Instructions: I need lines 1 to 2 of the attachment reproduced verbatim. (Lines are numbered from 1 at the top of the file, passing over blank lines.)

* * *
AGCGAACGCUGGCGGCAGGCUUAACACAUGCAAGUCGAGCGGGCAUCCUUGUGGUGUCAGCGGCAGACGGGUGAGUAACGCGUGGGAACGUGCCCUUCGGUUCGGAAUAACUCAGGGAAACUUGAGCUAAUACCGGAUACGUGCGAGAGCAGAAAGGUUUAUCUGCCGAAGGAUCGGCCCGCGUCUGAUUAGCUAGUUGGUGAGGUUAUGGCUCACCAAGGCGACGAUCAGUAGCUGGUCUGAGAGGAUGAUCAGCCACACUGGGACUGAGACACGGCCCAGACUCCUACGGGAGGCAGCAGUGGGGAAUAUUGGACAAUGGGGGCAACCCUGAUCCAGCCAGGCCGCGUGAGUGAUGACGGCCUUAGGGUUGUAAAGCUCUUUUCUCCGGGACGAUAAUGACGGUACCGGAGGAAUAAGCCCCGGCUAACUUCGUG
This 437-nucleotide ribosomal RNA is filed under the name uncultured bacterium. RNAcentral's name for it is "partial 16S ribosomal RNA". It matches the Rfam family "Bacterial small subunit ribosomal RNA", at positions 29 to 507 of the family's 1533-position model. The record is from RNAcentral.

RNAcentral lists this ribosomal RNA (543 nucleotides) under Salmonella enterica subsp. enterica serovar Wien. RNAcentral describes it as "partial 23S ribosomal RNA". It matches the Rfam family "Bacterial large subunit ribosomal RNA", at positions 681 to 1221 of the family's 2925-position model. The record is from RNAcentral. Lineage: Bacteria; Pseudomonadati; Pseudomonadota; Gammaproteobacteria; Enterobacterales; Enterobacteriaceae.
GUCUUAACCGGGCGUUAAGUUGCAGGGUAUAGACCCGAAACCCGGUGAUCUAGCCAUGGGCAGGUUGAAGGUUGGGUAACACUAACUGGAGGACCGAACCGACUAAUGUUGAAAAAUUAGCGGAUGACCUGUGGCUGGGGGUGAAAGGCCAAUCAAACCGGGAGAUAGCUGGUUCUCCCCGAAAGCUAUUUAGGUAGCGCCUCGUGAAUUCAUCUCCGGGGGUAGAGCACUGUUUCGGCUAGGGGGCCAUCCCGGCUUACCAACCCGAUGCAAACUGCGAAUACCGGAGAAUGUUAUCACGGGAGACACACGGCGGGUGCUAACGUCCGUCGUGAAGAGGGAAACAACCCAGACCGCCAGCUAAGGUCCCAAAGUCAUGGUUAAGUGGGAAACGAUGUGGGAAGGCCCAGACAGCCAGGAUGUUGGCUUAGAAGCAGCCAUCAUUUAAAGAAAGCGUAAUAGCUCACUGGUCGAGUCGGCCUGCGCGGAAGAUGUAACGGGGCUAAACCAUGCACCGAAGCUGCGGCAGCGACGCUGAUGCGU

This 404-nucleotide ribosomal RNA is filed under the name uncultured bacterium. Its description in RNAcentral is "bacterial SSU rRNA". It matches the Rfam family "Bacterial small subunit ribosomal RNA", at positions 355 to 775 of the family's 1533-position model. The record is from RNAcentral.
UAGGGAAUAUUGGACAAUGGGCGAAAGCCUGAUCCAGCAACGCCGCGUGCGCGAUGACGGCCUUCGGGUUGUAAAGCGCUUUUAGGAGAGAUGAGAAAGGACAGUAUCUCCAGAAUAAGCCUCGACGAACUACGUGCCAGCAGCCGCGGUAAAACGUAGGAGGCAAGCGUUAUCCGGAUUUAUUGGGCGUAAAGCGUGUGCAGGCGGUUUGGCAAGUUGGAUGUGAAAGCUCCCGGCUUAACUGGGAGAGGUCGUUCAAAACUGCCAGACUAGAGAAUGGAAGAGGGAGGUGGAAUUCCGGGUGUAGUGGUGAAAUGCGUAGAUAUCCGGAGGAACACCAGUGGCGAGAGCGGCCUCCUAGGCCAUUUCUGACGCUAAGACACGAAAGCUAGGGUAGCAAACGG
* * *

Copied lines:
AGCGAACGCUGGCGGCAGGCUUAACACAUGCAAGUCGAGCGGGCAUCCUUGUGGUGUCAGCGGCAGACGGGUGAGUAACGCGUGGGAACGUGCCCUUCGGUUCGGAAUAACUCAGGGAAACUUGAGCUAAUACCGGAUACGUGCGAGAGCAGAAAGGUUUAUCUGCCGAAGGAUCGGCCCGCGUCUGAUUAGCUAGUUGGUGAGGUUAUGGCUCACCAAGGCGACGAUCAGUAGCUGGUCUGAGAGGAUGAUCAGCCACACUGGGACUGAGACACGGCCCAGACUCCUACGGGAGGCAGCAGUGGGGAAUAUUGGACAAUGGGGGCAACCCUGAUCCAGCCAGGCCGCGUGAGUGAUGACGGCCUUAGGGUUGUAAAGCUCUUUUCUCCGGGACGAUAAUGACGGUACCGGAGGAAUAAGCCCCGGCUAACUUCGUG
This 437-nucleotide ribosomal RNA is filed under the name uncultured bacterium. RNAcentral's name for it is "partial 16S ribosomal RNA". It matches the Rfam family "Bacterial small subunit ribosomal RNA", at positions 29 to 507 of the family's 1533-position model. The record is from RNAcentral.